To answer “how nuclear fusion works,” perhaps we should first ask, “how does the sun work?”
Since the dawn of time, humanity has stood in awe of our sun. Ancient Egyptians venerated it as the god Ra, who sailed across the sky in a celestial boat as one might sail down the Nile; ancient Greeks worshiped it as Helios, who drove a chariot from horizon to horizon pulled by flaming horses. Many religions, ancient and modern, see the radiant, blinding disk in the sky as an icon of divine beings such as Aten, Utu, Tonatiuh, Sol Invictus, Ameratsu, Surya, etc. The sun gives us heat and light, our changing seasons, and makes all life and civilization on Earth possible. You might say, in fact, that our world revolves around the sun.*
*And you would be correct, because it does.
The first person in recorded history to say that our world revolves around the sun, literally and not just metaphorically, was the Greek astronomer Aristarchus of Samos, who lived during the 3rd century BC. Around the same time, another Greek astronomer and philosopher, Anaxagoras, suggested that the sun was not, in fact, the chariot of Helios and was instead a giant ball of flaming metal that orbited the Earth (people did not like being told this). Around the same time, Erastothenes of Cyrene, the Greek mathematician renowned for calculating the circumference of the Earth with astonishing precision, also calculated the distance from the sun to the Earth as being about 150 million kilometers (about 94 million miles). The sun is, in fact, 147 million kilometers away from the Earth at the closest point in our orbit and 153 million kilometers at the farthest point.
Over the next two thousand years or so, scientists and philosophers the world over, in the Mediterranean, in the Middle East, in Asia, and in Europe, learned more and more about the sun, but it wasn’t until the beginning of the modern scientific era in the 19th century AD that we had the tools to start tackling one of the biggest questions in the world—where does all the sun’s energy come from?
It wasn’t until the 20th century, after the discovery of radioactivity, that we figured it out. In 1904, Ernest Rutherford suggested that radioactive decay may be responsible for our sun’s output. Soon after, Albert Einstein developed his theory of mass-energy equivalence, best expressed in his famous formula E=mc2, and in 1920, Sir Arthur Eddington proposed that the sun could be producing energy, as expressed by Einstein’s work, by merging hydrogen atoms to create helium and thus giving out heat and light. Subrahmanyan Chandrasekhar and Hans Bethe developed the theoretical concept of what Eddington had proposed, now known as nuclear fusion, and calculated how the fusion reactions that power our sun worked.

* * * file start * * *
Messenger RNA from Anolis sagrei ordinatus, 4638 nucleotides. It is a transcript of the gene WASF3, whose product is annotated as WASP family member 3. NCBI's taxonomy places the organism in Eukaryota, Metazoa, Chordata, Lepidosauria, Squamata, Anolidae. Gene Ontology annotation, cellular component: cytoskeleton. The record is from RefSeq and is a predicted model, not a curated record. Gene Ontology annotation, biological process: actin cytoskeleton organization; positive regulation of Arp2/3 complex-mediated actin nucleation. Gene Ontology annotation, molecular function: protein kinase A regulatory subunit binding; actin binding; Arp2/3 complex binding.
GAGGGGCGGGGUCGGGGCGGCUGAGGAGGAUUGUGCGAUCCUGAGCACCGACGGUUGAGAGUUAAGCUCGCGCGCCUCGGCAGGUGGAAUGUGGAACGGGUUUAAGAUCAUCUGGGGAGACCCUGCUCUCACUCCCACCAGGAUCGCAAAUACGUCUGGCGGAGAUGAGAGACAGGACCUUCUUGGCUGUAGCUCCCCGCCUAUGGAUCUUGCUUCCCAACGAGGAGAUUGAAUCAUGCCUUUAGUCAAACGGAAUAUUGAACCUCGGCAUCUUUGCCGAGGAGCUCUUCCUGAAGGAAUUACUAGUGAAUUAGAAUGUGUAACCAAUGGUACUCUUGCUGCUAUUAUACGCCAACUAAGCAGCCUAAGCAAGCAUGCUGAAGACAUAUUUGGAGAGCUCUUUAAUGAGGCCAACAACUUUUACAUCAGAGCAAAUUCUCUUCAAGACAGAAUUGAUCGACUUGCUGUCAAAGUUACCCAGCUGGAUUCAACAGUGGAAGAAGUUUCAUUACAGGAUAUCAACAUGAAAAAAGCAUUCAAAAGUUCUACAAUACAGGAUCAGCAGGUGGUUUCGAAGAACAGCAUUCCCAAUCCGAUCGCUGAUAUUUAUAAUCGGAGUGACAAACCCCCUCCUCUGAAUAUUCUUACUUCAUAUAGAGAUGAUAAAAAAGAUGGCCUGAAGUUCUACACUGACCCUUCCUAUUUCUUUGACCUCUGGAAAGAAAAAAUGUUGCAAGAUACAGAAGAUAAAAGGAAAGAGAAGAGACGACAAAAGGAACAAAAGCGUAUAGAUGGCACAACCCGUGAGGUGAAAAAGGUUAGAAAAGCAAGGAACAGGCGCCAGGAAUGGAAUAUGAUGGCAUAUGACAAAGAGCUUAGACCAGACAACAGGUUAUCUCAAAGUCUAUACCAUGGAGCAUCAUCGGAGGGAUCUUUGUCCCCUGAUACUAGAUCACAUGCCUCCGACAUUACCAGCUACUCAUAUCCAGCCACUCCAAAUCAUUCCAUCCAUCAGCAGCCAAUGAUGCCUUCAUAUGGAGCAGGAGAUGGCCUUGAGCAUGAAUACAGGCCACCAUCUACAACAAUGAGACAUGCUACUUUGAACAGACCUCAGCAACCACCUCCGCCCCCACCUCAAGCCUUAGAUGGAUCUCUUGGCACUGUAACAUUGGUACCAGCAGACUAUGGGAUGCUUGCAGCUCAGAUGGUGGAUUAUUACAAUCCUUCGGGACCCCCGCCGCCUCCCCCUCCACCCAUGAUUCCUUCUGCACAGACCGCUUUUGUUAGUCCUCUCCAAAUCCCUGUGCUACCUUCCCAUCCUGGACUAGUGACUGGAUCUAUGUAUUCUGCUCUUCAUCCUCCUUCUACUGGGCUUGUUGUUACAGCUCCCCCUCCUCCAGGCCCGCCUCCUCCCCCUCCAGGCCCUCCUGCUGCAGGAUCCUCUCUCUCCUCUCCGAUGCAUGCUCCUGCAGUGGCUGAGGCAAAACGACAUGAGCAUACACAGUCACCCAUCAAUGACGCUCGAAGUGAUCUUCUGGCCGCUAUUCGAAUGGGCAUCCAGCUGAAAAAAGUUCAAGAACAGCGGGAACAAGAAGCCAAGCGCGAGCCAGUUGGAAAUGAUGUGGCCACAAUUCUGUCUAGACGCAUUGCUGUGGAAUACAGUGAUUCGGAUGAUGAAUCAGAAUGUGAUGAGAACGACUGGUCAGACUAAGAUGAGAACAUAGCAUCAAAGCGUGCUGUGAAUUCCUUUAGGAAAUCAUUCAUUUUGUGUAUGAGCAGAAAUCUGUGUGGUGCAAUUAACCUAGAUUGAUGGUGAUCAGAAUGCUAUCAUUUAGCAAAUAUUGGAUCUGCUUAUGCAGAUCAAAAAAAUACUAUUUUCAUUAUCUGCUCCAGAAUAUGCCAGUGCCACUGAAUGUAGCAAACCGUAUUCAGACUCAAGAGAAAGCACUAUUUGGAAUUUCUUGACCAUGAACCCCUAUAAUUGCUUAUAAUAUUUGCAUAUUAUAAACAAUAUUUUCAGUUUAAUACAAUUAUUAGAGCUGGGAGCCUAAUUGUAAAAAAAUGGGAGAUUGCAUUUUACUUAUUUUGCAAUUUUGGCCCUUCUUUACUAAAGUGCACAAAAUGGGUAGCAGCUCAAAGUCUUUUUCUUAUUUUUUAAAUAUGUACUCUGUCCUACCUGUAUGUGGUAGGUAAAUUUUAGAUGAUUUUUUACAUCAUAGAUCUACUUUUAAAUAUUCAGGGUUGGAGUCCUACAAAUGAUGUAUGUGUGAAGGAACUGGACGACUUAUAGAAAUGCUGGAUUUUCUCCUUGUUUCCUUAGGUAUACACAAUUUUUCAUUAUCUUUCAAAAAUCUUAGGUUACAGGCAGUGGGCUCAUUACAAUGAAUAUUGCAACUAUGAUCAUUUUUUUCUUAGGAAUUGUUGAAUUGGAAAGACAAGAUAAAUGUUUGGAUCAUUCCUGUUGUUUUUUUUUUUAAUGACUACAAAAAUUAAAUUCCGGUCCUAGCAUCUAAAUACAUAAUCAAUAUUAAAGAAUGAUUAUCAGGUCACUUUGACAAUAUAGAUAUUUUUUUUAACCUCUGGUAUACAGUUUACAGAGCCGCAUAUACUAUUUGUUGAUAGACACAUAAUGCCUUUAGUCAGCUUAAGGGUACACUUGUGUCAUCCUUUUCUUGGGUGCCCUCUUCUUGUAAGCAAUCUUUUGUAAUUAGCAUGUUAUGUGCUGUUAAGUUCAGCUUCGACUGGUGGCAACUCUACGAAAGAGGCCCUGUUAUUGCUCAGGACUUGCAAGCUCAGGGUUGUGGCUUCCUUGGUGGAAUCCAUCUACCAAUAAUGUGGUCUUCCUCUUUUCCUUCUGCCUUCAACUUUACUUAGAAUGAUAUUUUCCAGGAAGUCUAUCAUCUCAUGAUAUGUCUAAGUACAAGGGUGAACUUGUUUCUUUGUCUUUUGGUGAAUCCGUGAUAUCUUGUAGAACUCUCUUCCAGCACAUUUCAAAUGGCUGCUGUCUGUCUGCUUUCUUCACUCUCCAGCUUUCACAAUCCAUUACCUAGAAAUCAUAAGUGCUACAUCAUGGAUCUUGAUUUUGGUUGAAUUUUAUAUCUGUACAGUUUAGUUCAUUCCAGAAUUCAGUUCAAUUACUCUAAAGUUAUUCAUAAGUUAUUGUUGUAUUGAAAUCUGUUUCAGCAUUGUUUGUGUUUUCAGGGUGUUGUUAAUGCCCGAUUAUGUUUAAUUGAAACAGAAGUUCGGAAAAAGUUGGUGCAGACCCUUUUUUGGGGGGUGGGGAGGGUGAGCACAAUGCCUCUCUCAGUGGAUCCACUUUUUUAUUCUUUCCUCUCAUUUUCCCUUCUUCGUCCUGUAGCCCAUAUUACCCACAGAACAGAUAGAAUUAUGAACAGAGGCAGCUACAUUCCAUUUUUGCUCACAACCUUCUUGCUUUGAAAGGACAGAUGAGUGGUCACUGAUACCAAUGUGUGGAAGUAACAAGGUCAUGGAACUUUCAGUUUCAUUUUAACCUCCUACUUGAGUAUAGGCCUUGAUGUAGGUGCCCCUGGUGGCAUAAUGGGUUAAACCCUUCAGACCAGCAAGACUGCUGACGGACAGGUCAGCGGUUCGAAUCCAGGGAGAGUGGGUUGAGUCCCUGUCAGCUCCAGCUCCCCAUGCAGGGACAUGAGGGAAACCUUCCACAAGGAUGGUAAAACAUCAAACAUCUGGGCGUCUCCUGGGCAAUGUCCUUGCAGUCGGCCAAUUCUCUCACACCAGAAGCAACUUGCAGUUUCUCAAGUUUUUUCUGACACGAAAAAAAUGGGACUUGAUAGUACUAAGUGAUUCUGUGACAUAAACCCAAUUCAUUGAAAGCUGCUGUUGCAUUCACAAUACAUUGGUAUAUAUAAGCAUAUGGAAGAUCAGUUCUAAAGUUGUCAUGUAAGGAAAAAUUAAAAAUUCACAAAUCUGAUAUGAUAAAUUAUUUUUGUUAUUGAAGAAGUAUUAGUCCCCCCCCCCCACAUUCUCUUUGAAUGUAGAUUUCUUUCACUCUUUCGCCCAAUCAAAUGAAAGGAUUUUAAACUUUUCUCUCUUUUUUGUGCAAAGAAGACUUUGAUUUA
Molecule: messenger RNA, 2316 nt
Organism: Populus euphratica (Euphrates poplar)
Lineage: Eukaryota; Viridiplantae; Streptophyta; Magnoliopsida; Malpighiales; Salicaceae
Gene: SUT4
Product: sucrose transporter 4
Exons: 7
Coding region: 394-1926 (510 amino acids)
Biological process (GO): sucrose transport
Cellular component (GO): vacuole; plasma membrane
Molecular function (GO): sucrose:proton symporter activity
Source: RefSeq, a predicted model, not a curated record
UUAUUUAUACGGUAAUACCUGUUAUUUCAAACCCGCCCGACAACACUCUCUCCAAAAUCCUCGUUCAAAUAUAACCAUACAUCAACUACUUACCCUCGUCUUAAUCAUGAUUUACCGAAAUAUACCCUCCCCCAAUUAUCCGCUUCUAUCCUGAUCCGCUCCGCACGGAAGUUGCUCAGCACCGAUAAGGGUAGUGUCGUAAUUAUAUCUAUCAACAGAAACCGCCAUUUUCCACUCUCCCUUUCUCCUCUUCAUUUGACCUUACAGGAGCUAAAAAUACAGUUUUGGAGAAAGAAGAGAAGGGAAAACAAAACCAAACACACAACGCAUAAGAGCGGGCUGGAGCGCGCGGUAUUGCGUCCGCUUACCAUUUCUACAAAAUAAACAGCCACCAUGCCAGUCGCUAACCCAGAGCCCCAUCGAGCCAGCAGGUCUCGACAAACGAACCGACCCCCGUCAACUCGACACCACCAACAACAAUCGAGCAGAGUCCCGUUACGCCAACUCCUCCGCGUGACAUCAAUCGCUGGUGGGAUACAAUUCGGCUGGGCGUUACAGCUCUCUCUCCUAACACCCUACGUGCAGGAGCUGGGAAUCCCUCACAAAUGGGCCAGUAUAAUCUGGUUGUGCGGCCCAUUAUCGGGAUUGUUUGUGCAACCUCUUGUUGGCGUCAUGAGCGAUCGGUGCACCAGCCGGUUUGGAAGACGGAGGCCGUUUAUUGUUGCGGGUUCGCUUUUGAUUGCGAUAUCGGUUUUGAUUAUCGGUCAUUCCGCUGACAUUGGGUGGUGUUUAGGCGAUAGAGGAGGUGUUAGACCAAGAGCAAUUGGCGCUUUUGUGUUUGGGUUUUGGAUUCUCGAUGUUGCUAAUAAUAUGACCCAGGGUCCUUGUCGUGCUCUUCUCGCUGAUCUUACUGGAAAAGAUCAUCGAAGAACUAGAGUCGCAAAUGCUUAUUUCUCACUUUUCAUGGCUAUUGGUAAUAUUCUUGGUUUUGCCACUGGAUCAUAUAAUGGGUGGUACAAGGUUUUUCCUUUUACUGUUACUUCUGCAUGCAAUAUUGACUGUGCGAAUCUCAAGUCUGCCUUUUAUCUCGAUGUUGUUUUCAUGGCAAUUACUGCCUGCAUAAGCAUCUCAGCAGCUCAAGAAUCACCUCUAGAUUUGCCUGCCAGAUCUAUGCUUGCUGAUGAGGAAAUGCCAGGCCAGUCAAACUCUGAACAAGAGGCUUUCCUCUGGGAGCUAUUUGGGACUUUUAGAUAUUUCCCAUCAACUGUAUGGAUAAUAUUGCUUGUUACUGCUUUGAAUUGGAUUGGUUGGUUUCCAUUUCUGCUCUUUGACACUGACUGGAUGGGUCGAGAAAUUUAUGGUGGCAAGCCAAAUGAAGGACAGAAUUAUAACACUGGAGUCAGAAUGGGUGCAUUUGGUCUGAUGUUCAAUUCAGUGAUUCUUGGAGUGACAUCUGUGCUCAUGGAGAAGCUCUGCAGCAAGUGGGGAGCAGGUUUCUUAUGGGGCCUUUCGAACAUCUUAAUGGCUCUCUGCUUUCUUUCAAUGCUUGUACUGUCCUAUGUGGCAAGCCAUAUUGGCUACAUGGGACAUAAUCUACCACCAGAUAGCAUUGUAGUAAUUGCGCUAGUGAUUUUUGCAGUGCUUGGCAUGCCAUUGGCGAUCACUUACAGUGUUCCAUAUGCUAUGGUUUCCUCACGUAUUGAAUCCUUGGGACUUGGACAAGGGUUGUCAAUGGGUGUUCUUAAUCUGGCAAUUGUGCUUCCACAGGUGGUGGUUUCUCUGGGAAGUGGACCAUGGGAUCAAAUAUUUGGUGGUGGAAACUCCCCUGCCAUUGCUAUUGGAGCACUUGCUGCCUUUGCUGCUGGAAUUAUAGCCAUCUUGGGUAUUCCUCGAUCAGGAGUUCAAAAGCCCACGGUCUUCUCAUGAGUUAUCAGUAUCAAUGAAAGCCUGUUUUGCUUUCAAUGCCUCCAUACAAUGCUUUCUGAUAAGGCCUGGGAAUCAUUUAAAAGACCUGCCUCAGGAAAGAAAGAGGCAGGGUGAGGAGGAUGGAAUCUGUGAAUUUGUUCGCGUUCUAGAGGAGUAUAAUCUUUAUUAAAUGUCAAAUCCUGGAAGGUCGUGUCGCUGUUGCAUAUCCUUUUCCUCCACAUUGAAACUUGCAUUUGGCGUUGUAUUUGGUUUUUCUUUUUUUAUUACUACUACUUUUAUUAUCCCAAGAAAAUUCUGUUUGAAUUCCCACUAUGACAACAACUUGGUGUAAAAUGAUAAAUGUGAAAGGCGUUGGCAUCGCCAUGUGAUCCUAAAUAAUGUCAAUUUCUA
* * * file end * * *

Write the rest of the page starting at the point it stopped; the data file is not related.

As soon as we understood the nuclear furnace resting in the heart of our sun, which was in fact a giant ball of incandescent (mostly hydrogen) gas and not, as Anaxagoras had surmised, a fiery metal orb (good guess, though!), we started wondering—“Hey, can we do that here on Earth, too?”
And thus the quest for fusion energy began.
The Physics of Nuclear Fusion
Nuclear fusion is one of the simplest, and yet most powerful, physical processes in the universe. Two very excited, very hot, very energetic atoms collide with each other and turn into one atom, releasing a few leftover subatomic particles and leftover energy in the process.
After the Big Bang, the entire universe was an extremely hot, extremely energetic soup of very tiny subatomic particles—except it wasn’t quite fair to call them subatomic particles yet, since atoms didn’t exist at this point. Eventually, these tiny particles began to attract each other and bond, turning quarks into electrons, neutrons, and protons—the fundamental building blocks of matter. The hot, dense soup of the universe began to cool and curdle as it expanded, forming little lumps of hydrogen gas.
For a while, the universe was nothing but hydrogen, the simplest element. But gravity slowly began to pull some of these gas clouds closer together, and as the hydrogen atoms zipping around gained more energy in their increasingly-dense, increasingly-hot environment, they began to fuse with each other to form helium, the second-lightest element.
Many of these gas clouds became stars just like our sun—massive balls of hydrogen and helium. And in the dense cores of these stars, hydrogen and helium continued to fuse until they formed heavier and heavier elements. When the universe’s early stars died and erupted into novas and supernovas, they cast out clouds of all these heavier elements into space, which eventually became the nebulae, planets, asteroids, comets, and other interstellar bodies we know of.
It takes a great deal of energy to induce nuclear fusion. Atomic nuclei, which contain positively-charged protons and neutral neutrons, do not want to come near each other under normal circumstances. The Coulomb force, which describes how like charges repel each other and opposite charges attract (as with the north and south poles of a magnet, for example), keeps these two atomic nuclei from colliding with each other. If you set two atoms on a direct collision course with the intention of making their nuclei smash into each other and stick together, you will need to accelerate them to very high speeds so that when they collide, the nuclear force, which compels protons to stick to neutrons, overcomes the repulsive Coulomb force.